*It's like a fight with women, which always ends in .... bed.*
    F.Kafka, Aphorisms.

  3. #3
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    Thank you, Ghekorg!

    This is how I conceived of it:


    A in tonic, ms. 1
    (subtheme in GbM, ms. 37)
    (modulatory passage beginning from FM, ms. 45)
    B in DbM, ms. 57
    A in tonic, ms. 89
    (subtheme in AbM, ms. 114)
    (modulatory passage beginning from GM, ms. 122)
    B in EbM, ms. 134
    A in tonic, ms. 159
    B in BbM, ms. 252


    This seems to have common points with your analysis.


    The contributor on the other forum assigns upper case letters to the subthemes and modulatory passages, ignores what I call the B theme, and for some reason, places markers at measures 182 and 243. He claims to have discussed the movement with David Brown, author of a two-volume work on Tchaikovsky. Brown is supposed to discuss this particular movement on pages 21-22 of the second volume. I am stranded overseas with no English library access, so I don't know.


    Although I don't quite see the sonata form in the movement, it is reassuring to see that I am not completely off my trolley.

  4. #4
    Rear Admiral Appassionata (Ret) Ghekorg7 (Ret)'s Avatar
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    Hi Tomato !

    I'm glad we agree !
    There is certainly a B theme : one false and the original.
    Sonata form I insist.
    I learned from my teacher many years ago. She got instructions from Alexis Weisenberg in 1958 or so...who played the concerto under Von Karajan directive.
    I believe we're right, at least the chain from witch I learned seems very respective !

    Cheers
    Panos
    *It's like a fight with women, which always ends in .... bed.*
    F.Kafka, Aphorisms.

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    Admiral of Fugues Contratrombone64's Avatar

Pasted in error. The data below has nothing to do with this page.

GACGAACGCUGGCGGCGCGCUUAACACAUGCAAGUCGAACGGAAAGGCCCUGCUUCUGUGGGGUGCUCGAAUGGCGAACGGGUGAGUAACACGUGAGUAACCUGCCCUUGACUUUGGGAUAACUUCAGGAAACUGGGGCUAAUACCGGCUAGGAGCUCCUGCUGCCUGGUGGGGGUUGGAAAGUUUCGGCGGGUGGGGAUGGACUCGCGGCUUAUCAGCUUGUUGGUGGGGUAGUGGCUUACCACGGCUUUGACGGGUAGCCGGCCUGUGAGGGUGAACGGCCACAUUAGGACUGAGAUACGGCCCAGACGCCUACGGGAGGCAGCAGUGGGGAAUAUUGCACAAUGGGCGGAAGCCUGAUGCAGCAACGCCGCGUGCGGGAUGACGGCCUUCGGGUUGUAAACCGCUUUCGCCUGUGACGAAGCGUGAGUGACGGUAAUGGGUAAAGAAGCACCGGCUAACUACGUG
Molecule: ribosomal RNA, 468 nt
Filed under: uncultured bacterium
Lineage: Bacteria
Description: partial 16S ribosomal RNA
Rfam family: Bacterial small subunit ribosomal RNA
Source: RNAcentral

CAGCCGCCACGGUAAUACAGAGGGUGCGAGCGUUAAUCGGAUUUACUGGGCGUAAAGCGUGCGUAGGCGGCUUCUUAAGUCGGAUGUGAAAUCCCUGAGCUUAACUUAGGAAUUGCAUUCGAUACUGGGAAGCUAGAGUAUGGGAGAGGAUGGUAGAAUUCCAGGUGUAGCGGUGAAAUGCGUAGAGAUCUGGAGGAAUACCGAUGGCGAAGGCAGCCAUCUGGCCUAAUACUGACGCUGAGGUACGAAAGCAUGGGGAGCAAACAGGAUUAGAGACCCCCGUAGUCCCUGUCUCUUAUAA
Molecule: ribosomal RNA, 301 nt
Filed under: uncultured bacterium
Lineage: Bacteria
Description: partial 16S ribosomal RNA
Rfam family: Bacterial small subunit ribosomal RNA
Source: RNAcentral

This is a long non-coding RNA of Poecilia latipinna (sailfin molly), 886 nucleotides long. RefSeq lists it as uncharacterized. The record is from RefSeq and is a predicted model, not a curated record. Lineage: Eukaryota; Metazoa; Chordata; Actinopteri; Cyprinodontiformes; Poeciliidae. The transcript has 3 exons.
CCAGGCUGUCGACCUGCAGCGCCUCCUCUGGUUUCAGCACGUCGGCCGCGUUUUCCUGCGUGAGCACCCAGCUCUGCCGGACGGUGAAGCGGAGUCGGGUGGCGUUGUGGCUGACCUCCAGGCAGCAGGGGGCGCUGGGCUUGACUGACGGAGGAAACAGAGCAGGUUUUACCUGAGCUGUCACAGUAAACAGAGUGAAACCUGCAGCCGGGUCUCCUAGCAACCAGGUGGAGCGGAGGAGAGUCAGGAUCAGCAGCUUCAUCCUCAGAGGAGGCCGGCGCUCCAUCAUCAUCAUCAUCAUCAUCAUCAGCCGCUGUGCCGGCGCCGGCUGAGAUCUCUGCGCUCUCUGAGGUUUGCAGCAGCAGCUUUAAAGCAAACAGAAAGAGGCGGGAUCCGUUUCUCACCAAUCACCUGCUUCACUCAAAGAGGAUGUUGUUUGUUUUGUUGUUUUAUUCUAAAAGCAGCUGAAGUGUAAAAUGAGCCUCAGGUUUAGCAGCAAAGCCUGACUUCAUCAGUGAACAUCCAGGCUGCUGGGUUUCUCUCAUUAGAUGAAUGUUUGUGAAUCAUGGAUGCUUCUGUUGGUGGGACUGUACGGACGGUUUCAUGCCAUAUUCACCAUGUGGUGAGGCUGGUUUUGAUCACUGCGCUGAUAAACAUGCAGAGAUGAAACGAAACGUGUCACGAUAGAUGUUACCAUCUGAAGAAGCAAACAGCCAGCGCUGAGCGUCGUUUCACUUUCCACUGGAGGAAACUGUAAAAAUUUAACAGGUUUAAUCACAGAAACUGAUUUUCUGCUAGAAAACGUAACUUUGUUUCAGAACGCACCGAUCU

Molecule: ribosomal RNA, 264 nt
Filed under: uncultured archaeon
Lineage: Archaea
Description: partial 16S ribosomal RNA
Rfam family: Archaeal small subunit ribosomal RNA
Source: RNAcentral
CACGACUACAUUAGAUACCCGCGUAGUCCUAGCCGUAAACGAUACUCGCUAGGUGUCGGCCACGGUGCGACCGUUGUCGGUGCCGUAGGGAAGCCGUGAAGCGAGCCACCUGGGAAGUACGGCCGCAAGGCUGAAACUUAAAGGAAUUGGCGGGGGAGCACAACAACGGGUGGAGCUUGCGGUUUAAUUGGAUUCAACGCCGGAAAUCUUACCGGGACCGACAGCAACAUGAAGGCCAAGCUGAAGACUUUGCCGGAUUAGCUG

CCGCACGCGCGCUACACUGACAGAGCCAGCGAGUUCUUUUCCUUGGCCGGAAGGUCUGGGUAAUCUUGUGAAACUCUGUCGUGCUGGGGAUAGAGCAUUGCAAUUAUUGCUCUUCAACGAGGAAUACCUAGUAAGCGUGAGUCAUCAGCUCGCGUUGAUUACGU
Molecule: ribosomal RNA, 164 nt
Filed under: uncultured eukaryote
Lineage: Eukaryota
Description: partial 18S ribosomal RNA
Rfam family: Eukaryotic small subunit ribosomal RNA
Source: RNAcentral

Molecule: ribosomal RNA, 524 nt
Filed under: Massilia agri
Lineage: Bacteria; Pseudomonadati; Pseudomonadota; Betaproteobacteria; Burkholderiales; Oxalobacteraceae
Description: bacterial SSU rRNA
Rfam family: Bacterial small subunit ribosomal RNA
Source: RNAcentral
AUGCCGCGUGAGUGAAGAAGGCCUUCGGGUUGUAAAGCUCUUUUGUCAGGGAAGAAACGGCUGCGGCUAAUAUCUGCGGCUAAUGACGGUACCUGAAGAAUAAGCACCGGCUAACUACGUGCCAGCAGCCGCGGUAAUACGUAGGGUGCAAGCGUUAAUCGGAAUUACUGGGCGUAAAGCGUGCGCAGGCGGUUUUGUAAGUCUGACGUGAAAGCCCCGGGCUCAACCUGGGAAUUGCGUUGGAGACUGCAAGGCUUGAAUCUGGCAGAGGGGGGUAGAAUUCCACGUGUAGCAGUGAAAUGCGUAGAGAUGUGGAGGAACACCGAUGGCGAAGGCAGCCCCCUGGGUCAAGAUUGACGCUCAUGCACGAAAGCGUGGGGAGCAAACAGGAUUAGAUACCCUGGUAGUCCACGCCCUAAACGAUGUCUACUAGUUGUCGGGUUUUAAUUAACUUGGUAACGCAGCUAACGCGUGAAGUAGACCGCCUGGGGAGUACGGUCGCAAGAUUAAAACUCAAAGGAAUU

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    Which piano concerto? He wrote three ...
    I'm not an atheist and I don't think I can call myself a pantheist. We are in the position of a little child entering a huge library filled with books in many different languages. The child knows someone must have written those books. It does not know how. The child dimly suspects a mysterious order in the arrangement of the books but doesn't know what it is. That, it seems to me, is the attitude of even the most intelligent human being toward God.
    —Albert Einstein.

  6. #6
    Rear Admiral Appassionata (Ret) Ghekorg7 (Ret)'s Avatar
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    Quote Originally Posted by Contratrombone64 View Post
    Which piano concerto? He wrote three ...
    Look at my first post reply David, at headline.
    At least this I understood Tomato was refering.
    Now, if he means other....
    *It's like a fight with women, which always ends in .... bed.*
    F.Kafka, Aphorisms.

  7. #7
    Admiral of Fugues Contratrombone64's Avatar
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    I wasn't aiming my comment at you, Ghekorg ...
    I'm not an atheist and I don't think I can call myself a pantheist. We are in the position of a little child entering a huge library filled with books in many different languages. The child knows someone must have written those books. It does not know how. The child dimly suspects a mysterious order in the arrangement of the books but doesn't know what it is. That, it seems to me, is the attitude of even the most intelligent human being toward God.
    —Albert Einstein.

  8. #8
    Rear Admiral Appassionata (Ret) Ghekorg7 (Ret)'s Avatar
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    Quote Originally Posted by Contratrombone64 View Post
    I wasn't aiming my comment at you, Ghekorg ...
    OK . Understood. No harm done. Tomato had to specify witch one, that's for sure. He had to be exact and on the spot for a serious matter as this one.

    To tell you the truth, I guessed by instict it was the 1st one
    *It's like a fight with women, which always ends in .... bed.*
    F.Kafka, Aphorisms.